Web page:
What do we believe?
What do we celebrate?
This are important questions, and ones that contribute to winter holiday stress for many. Some find strife when family members disagree on the reasons for the season. Others lament a general lack of meaning, or the transfer of moral significance to commercial gain.
Our Winter Holiday History
For the first few years of our marriage, Alex and I celebrated whatever we wanted to, picking and choosing mostly based on which holidays had the most yummy food and drink traditions. As committed atheists, we were disconcerted with religious meaning but we threw some great parties.
At the time I taught at the Orthodox Jewish school and bought a beautiful hand made menorah. Better observe Hanukkah to make use of the menorah, right?
In 2005, Lil came along. It struck us that a string of meaningless dinners and decorations might confuse the child. More importantly, we could mold her young self with moral lessons dictated through holiday stories.
Given our rejection of diety, miracles, and the like, just what might those moral lessons be?
The Hanukkah story of the Macabees is our chance to share the value that everyone can believe what they want and stand up for that right. We also share the story as an example that a dedicated group of individuals can indeed make change or even defeat a king.
We celebrate Hanukkah by lighting candles at sundown as is the Jewish tradition. We give Lil one piece of gelt per evening and play dreidel. At least once during the eight nights, we cook up latkes and dough nuts in a fry feast.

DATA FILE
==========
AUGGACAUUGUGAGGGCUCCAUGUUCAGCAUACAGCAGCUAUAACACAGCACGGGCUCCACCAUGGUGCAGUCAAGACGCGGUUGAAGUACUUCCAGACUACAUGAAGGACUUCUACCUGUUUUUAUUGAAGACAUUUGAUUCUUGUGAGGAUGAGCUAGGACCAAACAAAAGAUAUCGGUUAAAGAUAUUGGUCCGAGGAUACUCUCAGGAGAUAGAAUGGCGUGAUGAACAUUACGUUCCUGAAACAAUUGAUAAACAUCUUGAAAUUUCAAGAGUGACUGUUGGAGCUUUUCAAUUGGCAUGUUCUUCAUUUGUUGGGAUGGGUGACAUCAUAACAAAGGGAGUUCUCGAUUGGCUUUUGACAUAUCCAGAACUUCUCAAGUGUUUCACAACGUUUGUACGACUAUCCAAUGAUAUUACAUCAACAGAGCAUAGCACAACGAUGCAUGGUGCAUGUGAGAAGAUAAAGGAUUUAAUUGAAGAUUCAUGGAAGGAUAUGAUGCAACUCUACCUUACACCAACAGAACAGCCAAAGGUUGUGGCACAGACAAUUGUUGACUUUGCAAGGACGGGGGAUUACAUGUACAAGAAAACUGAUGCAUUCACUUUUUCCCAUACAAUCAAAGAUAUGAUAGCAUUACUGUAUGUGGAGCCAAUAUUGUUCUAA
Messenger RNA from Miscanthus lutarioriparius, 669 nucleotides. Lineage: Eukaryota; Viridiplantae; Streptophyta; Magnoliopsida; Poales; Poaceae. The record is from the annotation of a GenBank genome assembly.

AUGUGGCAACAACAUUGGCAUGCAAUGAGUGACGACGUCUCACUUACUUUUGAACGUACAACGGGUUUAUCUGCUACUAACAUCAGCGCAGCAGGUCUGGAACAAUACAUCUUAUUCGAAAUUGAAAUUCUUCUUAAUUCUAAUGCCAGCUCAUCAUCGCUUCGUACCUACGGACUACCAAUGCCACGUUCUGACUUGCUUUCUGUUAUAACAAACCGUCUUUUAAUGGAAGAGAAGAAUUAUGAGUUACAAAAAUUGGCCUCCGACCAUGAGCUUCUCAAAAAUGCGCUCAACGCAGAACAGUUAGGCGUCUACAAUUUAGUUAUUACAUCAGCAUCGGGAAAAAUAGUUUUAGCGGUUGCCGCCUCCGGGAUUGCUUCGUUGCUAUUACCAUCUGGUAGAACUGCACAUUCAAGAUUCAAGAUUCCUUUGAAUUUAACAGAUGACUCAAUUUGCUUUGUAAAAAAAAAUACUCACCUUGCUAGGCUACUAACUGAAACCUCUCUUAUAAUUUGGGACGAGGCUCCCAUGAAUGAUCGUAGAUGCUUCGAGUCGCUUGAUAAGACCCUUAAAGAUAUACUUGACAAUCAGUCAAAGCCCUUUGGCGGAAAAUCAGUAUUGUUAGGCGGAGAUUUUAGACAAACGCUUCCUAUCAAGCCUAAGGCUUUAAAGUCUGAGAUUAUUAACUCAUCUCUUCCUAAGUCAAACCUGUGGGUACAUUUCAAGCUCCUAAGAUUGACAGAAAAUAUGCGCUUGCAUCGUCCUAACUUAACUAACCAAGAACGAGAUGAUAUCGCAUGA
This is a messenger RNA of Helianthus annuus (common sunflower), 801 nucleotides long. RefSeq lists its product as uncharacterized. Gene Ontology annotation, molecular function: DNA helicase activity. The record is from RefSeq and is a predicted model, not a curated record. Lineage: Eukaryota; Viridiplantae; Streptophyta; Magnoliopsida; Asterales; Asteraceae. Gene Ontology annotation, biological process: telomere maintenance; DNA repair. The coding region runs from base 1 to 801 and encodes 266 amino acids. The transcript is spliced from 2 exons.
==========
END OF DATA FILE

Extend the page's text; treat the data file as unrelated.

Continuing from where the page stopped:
Lil helped us discover a Solstice tradition earlier this year. She picked up the book Sun Bread from the library shelves. It doesn't mention Winter Solstice but does tell a sweet story of an animal city welcoming the sunshine back in midwinter with a rich yellow sun-shaped bread.
In a few days we will share the sun bread recipe. We're making it again on the shortest day of the year. On Solstice we share all the things we look forward to enjoying on sunny days. The sun is, after all, the currency that allows us to grow our garden and feed our family.
Honestly, Christmas is the most difficult celebration within which to find non-religious morality for me. I can almost make myself believe that while Christians celebrate the birth of Jesus, I honor the unique birth and life path of all my friends and relatives. Alex is satisfied to just carry on family traditions on December 25th without applying any lessons or reasons why.
Christmas is the holiday with the most secular traditions in our extended families. We exchange gifts, we bake cookies, and host a semi-formal Xmas Eve English goose dinner. We joyfully sing carols and watch classic Christmas movies.
The Holiday Mash
So far, Lil has shown extreme flexibility in understanding our traditions. This should not be surprising, considering the plethora of stories that swarm through a kid's mind. It's part of preschooler development to define what is fact and fiction. They do this best in a community of family and fun, just what we intend to cultivate around the holiday.
How do your holiday celebrations relate to your beliefs? How to do share these with your family?